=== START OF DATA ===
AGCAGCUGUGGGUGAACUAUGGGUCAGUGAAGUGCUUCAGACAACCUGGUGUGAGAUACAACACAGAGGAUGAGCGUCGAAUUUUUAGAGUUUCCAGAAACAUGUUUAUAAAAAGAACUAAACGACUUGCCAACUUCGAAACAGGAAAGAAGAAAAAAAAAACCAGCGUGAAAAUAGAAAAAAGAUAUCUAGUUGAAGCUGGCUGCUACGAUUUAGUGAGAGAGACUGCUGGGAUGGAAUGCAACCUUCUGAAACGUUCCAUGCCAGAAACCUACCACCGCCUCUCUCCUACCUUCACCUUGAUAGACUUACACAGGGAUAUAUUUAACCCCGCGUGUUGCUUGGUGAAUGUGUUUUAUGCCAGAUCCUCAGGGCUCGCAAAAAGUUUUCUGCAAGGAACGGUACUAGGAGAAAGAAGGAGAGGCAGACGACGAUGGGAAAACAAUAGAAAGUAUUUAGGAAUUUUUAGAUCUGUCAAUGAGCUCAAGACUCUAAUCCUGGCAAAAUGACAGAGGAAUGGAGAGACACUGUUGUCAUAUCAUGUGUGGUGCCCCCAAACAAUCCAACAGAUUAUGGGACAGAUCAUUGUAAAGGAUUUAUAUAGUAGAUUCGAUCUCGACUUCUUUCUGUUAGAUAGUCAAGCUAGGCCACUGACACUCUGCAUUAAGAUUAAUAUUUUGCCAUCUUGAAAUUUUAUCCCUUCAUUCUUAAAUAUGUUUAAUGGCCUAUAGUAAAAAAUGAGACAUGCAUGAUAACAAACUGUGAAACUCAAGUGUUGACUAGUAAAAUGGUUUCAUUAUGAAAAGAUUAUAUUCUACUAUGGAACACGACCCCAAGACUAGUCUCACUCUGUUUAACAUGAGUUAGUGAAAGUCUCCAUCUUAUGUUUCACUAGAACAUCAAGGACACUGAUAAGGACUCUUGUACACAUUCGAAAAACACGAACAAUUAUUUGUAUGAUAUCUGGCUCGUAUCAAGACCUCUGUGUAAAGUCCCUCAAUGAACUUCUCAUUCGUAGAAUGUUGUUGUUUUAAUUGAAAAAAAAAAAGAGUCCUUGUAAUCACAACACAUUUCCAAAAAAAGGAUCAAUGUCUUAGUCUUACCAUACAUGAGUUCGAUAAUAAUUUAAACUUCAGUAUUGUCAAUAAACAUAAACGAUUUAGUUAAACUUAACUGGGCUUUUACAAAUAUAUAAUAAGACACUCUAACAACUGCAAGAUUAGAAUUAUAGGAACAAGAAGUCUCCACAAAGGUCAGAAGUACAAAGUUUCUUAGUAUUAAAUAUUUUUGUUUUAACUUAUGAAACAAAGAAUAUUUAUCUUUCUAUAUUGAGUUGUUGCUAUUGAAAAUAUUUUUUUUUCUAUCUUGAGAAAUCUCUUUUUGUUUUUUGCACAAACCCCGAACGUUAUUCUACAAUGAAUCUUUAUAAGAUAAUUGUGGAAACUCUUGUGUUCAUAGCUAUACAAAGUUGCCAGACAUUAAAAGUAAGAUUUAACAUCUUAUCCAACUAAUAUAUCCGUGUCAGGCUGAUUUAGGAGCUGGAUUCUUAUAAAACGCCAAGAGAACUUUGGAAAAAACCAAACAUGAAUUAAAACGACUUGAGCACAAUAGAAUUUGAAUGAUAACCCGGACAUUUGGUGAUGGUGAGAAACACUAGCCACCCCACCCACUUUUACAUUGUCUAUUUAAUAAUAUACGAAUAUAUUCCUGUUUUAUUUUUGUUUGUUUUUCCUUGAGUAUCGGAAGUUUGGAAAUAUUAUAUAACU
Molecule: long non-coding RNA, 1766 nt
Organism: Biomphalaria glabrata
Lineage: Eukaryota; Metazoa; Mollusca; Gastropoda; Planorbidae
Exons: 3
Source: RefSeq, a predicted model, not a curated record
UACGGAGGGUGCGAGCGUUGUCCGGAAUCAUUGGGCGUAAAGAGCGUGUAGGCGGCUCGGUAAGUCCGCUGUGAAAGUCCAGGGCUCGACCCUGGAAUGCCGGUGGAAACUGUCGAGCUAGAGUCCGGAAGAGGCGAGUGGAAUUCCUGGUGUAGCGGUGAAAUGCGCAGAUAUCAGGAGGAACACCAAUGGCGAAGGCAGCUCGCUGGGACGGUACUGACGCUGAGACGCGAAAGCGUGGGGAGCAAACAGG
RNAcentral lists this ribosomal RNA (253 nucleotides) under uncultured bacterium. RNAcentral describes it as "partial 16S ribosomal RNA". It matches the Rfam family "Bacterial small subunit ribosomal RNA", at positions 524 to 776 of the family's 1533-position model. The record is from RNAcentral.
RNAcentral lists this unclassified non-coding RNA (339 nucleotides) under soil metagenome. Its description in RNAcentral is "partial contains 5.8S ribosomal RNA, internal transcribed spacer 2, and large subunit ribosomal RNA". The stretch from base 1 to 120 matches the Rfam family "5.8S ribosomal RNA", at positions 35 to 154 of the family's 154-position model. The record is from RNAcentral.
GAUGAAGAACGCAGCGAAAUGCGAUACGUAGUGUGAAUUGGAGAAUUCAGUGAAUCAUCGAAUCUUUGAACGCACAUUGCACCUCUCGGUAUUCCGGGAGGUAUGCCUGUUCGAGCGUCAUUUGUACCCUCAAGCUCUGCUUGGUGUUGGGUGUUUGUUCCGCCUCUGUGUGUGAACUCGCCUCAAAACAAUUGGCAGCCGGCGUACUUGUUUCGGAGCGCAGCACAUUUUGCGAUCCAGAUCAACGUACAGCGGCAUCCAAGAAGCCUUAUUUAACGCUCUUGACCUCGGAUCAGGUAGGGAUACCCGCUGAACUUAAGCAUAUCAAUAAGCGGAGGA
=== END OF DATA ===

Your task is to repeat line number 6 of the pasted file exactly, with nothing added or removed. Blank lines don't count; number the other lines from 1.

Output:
Source: RefSeq, a predicted model, not a curated record